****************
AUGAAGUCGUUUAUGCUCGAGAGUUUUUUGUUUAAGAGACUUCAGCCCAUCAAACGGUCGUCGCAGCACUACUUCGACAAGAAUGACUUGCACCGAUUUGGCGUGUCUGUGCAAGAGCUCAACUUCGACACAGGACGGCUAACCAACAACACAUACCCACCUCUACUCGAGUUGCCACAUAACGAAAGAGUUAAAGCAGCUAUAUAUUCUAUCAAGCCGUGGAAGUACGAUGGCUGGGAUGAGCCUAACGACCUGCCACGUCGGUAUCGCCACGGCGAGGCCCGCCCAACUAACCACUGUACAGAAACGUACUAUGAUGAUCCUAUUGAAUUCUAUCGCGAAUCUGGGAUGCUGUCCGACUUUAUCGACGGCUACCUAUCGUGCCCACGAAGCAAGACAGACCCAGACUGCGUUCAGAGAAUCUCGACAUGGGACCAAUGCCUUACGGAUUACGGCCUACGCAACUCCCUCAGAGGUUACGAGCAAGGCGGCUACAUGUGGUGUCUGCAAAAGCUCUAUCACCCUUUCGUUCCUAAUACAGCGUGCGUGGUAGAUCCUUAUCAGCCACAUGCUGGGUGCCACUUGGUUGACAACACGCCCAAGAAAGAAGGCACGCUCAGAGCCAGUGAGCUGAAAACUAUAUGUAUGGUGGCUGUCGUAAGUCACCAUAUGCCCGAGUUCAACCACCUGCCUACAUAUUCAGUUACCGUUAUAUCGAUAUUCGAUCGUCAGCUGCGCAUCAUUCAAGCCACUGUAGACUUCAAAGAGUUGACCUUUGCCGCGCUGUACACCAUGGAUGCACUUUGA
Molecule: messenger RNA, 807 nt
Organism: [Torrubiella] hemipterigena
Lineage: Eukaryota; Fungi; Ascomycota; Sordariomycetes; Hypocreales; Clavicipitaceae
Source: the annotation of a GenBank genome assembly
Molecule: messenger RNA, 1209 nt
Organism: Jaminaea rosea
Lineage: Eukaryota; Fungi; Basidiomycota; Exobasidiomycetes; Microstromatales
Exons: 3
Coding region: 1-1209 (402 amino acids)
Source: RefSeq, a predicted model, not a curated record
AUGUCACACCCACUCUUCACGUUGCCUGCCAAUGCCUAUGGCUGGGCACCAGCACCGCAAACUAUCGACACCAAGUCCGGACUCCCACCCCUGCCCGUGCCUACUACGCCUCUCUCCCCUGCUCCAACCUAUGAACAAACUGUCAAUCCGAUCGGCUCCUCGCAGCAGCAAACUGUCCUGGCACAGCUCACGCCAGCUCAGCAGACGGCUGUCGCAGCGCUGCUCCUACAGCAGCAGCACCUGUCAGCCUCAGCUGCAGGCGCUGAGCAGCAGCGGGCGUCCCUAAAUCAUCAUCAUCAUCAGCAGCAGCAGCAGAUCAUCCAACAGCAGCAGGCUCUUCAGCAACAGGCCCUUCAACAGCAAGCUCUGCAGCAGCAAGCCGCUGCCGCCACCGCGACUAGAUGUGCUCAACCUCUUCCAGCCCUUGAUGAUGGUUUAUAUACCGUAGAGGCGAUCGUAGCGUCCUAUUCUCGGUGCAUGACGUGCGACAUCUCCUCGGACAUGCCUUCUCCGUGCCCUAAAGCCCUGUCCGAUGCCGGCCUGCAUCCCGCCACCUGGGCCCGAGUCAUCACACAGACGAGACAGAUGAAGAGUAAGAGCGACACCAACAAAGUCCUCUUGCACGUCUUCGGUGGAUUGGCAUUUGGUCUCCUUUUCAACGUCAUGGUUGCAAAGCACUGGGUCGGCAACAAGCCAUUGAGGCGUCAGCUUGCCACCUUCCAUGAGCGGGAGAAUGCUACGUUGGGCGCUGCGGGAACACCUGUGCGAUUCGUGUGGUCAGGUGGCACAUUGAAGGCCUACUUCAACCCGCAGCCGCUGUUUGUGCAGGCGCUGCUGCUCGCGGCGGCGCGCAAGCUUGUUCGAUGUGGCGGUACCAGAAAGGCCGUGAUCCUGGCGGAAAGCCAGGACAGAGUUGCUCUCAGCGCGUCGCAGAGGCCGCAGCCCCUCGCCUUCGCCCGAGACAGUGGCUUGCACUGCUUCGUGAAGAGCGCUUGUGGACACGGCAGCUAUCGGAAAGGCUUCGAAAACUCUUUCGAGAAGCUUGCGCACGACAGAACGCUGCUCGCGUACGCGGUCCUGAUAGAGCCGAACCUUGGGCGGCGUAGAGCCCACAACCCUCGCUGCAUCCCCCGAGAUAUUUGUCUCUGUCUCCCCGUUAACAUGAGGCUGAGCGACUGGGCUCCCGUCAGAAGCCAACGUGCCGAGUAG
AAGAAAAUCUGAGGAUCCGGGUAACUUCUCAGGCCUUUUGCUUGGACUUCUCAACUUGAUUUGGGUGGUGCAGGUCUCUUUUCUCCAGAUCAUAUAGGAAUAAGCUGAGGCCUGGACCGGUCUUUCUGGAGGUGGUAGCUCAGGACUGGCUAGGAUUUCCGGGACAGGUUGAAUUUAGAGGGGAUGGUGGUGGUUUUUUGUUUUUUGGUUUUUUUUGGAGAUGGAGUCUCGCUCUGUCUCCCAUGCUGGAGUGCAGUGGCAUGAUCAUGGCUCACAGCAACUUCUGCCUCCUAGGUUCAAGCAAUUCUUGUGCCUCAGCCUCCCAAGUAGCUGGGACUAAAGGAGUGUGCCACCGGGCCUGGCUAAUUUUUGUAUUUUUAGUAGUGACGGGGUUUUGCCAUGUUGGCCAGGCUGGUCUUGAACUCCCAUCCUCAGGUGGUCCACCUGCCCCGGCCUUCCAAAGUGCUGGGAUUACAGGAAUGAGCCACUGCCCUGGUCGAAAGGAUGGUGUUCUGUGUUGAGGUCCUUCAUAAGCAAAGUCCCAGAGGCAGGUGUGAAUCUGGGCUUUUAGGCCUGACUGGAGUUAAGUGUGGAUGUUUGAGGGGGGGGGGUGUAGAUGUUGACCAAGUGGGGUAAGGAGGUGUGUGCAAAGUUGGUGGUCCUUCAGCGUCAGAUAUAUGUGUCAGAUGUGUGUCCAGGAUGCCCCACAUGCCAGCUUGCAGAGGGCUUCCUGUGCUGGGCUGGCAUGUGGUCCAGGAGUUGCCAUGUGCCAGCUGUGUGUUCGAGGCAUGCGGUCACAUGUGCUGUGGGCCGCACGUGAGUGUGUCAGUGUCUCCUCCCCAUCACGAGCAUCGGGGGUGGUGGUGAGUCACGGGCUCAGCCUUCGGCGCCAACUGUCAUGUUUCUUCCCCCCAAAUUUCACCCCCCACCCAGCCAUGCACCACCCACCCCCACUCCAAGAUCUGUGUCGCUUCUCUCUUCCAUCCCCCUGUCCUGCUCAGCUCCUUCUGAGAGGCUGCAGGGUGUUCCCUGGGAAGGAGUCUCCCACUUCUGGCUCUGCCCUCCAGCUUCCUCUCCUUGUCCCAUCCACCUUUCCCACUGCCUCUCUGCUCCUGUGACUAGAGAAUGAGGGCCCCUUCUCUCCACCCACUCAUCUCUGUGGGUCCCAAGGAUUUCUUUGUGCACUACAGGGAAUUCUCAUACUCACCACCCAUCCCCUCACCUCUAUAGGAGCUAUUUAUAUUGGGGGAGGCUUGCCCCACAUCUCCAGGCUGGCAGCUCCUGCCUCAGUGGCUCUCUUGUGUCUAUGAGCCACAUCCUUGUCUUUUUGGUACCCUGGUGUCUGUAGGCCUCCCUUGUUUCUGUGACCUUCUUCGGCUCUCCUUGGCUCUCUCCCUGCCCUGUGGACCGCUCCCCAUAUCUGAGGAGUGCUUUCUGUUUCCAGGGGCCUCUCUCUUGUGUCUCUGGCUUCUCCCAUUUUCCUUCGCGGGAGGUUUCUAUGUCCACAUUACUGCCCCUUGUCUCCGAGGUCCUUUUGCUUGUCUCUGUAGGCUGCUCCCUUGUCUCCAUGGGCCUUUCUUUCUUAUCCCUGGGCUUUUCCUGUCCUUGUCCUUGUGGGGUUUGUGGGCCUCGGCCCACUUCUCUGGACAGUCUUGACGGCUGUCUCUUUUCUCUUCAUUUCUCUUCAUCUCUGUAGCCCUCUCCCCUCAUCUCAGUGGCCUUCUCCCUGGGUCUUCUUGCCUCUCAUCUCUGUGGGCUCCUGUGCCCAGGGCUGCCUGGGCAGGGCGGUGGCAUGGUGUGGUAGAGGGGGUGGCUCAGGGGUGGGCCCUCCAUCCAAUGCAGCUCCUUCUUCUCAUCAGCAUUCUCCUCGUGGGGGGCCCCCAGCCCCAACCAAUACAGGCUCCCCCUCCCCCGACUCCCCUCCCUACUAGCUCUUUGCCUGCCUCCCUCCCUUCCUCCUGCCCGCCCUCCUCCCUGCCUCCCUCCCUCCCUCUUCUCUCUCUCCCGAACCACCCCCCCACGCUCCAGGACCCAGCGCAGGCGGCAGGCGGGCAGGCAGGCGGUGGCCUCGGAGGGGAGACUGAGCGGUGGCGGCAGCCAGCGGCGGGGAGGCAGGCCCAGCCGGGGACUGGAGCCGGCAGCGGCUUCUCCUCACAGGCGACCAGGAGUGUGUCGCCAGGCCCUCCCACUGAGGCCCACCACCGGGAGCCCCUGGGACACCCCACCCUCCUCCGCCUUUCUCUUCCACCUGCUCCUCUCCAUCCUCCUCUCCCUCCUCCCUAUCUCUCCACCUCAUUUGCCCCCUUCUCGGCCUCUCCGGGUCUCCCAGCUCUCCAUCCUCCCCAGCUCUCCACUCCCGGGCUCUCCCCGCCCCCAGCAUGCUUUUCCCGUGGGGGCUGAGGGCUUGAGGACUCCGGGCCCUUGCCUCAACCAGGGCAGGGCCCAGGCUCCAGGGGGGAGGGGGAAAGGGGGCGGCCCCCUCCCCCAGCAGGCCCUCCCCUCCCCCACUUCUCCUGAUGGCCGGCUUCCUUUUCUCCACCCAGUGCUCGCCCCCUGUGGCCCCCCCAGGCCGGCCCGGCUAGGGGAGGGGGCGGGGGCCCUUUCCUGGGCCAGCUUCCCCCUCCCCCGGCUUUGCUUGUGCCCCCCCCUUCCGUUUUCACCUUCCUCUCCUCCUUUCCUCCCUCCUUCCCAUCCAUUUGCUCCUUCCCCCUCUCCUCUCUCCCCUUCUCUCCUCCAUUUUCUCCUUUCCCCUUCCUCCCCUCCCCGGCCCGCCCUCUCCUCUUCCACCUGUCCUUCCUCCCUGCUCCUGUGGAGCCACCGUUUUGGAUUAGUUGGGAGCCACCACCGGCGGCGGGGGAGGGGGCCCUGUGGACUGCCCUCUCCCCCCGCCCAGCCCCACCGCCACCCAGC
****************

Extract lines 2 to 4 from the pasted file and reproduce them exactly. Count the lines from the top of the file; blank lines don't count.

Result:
Molecule: messenger RNA, 807 nt
Organism: [Torrubiella] hemipterigena
Lineage: Eukaryota; Fungi; Ascomycota; Sordariomycetes; Hypocreales; Clavicipitaceae